Tag Archives: software-development

The Challenge of Design

Finally
After lots and lots of struggling, some real, usable interfaces exist for Zadatak! Who would have thought it would have been a such a struggle after practicing with fake buttons. But usable code with real restrictions is another ball park. The new code supports page switches (easier than I thought it would be) and a nice background (much harder than I thought it would be!) . Transparency and scrolling were also new features for myself.

As far as the interface design goes, many challenges still exist and need to be tackled. Some I know how to handle (checking the user’s data for consistancy) and some will require some research before writing any actual code (how to grab our list of tasks from a SQL database and output it to the user). The biggest and most important challenge that exists for Zadatak is sending out alarms when working on a task is required. This is critical for the functionality of our app, even when the application isn’t running. I’m not sure how to tackle this one yet, but thank goodness for google!
-Rachel

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Magic of the Java Background

This past weekend was the RCOS Hackathon and I started getting into the structure of Zadatak. Our goals are to have the user put in as minimal information as possible and having the application do the rest of the work. This means the app has to dynamically allocate blocks of time to the schedule without bugging the user on details of when and how long. The app also has to work with pre-existing schedules, handle conflicts, and we want to include functionality on procrastinating and delaying work allotted blocks.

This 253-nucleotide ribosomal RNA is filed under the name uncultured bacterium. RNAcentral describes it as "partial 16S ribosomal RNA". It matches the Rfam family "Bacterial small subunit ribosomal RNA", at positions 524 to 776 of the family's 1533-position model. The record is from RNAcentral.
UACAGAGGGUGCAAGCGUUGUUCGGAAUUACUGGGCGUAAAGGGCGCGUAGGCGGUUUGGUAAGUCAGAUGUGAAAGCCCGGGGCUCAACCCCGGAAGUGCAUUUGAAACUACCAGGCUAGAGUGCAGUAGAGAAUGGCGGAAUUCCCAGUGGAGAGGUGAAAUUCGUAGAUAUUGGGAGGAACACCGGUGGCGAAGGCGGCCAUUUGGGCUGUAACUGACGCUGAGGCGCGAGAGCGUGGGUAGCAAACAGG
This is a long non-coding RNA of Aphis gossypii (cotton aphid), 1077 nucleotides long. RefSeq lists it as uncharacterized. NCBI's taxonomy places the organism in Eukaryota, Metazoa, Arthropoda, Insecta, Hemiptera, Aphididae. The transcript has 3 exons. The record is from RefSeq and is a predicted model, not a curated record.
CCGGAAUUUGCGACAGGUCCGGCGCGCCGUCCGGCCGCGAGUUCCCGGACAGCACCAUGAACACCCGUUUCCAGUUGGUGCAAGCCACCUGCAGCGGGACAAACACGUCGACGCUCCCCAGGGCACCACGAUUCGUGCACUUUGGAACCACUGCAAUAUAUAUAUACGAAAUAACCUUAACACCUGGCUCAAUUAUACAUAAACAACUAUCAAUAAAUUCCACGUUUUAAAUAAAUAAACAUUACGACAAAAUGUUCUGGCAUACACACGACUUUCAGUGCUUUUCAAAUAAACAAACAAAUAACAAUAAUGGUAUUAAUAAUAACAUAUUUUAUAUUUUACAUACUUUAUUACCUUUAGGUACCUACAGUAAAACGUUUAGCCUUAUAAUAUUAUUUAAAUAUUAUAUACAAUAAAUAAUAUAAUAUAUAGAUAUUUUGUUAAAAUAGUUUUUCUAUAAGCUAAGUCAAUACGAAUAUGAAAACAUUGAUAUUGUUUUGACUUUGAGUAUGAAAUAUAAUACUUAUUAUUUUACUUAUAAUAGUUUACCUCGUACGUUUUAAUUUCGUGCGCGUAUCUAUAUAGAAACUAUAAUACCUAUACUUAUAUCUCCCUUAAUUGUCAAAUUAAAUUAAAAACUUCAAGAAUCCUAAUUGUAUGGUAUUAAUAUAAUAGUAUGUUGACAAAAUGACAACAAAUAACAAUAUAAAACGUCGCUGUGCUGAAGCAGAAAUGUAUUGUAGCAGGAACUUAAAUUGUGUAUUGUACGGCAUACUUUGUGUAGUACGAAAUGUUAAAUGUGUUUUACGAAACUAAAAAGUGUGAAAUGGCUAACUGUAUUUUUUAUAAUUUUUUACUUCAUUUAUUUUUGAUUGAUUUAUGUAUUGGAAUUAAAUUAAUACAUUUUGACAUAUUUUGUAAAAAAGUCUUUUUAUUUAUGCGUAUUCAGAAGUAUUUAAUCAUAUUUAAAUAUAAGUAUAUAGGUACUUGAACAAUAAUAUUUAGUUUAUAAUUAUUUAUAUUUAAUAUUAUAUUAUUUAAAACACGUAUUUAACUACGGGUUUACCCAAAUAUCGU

I set out to build some classes in Java that would encompass these requirements and ran into a pretty big question. What is a method of scheduling blocks into the right spots that takes our inputs (deadline and progress)? Our solution is based around 2 principles or functions. One to place the task into the calendar and one to manage a queue of tasks. The queue of tasks would be determined by an internal priority number(a factor of time remaining on task and amount of work task requires). The calendar placement would use a principle similar to operating system process management using a round robin style. Using all the remaining days for a task the placement would place hour by hour where time is free, trying to keep busy hours constant throughout the calendar. This week I’m going to try and implement these two ideas. Stay tuned for progress.

-Nick

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